How would you define the term "bucket list?" What is on yours?
Think on it for a minute - where are the places you want to travel to? Swimming around tropical villas in the Maldives. Taking a selfie on a tower in mist-shrouded remotest China with the Great Wall trailing into the fog.
Maybe you've thought how nice it would be to take a class in something - watercolour, perhaps. Maybe go scuba diving. I'm sure there are exotic foods you want to try, maybe picking a fresh mango off a tree.
I rarely think about my bucket list. I don't need to because mine, rather unusually, is complete. It runs as follows:
Glenn's Bucket List
Item 1: Run barefoot on the African savannah ✓
As a runner, I was of course curious what our earliest ancestors must have experienced as they ran in our last common landscape (answer: it's f---ing scary! You're alone and barefoot and there could be lions out there! Now get back to your freakin' camp, you lunatic!)
A few months ago I asked myself what I would put on my list nowadays, and surprised myself with the answer. There are no singular experiences I would consider "bucket list" items. There aren't even any significant accomplishments. Instead, it is filled with activities, and practices, and meaningful pursuits. Essentially, they are things which have to do with a change of self; these are the things which I long to do because they become a feature of who I am, and how I define myself.
I'll give one example that is fairly representative.
One of the most beautiful objects I have ever seen was a 16th century katana at a museum in New Zealand (naturally that is where you find such things). It didn't even have a handle, just a raw blade on a stand in a glass case. I love the history behind these objects; the care and devotion of a true craftsperson to create something of both aesthetic and objective value. I love the nuance and subtlety of the design; how something so simple can possess such beautiful traits and achieve physical properties that a katana-shaped lump of normal steel could never dream of. I love the process behind the creation of the object; the way that the iron is folded with charcoal over and over and over again and again and again to get the perfect mixture of carbon in just the right place, and how the blade is actually straight when forged, and only acquires the familiar curve in the final processes of tempering, as the blade cools at an uneven rate and curves itself in a natural, organic process.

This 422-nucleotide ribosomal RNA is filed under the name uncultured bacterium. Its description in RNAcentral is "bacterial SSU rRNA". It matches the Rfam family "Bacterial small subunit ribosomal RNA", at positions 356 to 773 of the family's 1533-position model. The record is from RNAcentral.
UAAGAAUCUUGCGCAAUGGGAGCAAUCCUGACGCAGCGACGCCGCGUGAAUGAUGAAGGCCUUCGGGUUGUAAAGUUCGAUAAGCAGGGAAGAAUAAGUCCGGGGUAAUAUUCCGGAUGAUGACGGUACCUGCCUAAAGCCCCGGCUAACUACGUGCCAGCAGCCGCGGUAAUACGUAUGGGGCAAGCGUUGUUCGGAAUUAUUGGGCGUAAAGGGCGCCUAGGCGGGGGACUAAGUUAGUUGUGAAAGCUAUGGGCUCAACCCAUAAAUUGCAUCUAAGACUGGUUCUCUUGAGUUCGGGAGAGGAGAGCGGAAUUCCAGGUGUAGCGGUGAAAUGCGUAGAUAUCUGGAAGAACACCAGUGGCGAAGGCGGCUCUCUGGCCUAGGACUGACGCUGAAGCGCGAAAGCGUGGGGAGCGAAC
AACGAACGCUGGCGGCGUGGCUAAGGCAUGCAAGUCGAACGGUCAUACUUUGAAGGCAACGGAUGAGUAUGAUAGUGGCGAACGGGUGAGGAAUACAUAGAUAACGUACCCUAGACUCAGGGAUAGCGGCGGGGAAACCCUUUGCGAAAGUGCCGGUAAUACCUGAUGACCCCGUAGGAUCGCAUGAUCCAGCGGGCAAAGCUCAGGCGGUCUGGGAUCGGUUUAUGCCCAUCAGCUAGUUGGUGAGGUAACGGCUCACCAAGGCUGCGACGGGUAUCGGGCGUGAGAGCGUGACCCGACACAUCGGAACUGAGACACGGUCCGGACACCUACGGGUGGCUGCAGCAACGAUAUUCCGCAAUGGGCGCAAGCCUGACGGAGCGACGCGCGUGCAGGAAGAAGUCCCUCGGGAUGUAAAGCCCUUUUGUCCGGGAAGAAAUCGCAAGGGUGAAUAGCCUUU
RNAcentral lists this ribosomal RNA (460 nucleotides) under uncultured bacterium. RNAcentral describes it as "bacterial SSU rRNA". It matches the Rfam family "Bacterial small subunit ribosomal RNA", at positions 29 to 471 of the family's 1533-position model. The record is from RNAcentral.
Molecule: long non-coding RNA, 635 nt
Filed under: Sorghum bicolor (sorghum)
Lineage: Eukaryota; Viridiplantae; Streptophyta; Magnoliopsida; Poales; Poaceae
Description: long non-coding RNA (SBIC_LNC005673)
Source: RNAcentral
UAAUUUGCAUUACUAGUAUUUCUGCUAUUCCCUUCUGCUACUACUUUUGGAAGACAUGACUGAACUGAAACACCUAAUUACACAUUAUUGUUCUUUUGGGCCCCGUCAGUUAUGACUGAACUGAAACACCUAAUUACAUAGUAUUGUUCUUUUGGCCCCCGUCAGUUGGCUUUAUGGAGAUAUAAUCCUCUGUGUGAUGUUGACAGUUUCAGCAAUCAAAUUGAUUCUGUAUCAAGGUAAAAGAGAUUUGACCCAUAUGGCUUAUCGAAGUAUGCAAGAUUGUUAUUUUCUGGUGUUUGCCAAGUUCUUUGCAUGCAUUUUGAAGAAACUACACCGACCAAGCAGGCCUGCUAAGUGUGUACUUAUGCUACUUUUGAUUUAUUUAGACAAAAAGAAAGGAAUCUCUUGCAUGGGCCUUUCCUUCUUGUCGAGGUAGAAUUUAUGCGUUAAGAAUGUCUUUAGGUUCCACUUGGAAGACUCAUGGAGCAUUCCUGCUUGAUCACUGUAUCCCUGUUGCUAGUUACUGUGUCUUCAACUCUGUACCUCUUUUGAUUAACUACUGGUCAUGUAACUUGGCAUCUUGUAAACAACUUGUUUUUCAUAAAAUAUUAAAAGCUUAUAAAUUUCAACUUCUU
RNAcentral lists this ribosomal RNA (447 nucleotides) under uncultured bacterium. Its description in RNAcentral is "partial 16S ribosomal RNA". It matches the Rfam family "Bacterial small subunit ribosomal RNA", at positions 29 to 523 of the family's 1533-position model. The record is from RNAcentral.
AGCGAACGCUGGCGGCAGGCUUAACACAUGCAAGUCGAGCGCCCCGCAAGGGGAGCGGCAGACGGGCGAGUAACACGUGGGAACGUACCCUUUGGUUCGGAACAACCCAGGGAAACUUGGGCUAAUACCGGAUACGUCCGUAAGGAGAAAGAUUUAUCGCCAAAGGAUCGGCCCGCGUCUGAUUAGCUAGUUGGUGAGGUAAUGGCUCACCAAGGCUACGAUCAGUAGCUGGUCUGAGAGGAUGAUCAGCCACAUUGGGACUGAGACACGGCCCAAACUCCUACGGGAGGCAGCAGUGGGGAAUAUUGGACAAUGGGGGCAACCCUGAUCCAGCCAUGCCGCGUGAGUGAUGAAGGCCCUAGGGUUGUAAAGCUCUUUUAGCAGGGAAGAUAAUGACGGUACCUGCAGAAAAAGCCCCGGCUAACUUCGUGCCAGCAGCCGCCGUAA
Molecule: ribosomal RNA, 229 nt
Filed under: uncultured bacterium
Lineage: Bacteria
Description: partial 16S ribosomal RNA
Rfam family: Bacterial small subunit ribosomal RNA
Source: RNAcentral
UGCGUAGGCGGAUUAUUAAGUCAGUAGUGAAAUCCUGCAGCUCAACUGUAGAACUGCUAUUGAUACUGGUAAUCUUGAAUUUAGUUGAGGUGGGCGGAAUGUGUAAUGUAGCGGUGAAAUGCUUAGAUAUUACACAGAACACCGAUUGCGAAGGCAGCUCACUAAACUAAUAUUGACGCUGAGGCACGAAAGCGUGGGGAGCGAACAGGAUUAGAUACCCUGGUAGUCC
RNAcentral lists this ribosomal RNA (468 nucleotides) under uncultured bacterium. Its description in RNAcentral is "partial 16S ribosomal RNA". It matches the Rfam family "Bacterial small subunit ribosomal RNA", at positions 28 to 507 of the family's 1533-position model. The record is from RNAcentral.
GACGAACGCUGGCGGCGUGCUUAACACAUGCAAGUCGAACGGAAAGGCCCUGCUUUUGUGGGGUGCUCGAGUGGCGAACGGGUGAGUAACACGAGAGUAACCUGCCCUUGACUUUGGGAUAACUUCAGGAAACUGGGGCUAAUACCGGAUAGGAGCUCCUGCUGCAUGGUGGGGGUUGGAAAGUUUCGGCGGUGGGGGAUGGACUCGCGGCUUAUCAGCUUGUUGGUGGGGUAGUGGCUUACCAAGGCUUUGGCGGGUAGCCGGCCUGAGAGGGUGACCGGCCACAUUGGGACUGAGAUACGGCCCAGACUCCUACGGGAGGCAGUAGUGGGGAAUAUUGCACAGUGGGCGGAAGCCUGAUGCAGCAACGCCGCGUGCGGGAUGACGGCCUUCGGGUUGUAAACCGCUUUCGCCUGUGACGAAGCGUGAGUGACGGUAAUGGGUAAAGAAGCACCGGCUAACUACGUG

There's absolutely no practical function for swords in the modern world (thank god; that's not a period of history we want to revisit), and yet this history remains. This is a bucket list item for me - to gain an appreciation for the craft and subtlety of forging and tempering metal. It's not an easy subject, and I wouldn't want to take a class on it. No, I would approach it with a stack of books, perhaps a mentor, and spend some of my free time over the course of years trying to approximate a level of expertise.
There's nothing really wrong with normal bucket list items; not everything in life has to be an all-consuming interest. But individual experiences to be checked off a list probably shouldn't be the only things we dream of doing. The things I aspire to now; the things I hope to achieve in my lifetime all have to do with adding qualities to myself as a person.
What do you want to be in your life? That's really what BucketList2.0 is asking. Forget about what you want to do - what do you want to be capable of?
Writing words here and there on adventures running out in the forests and mountains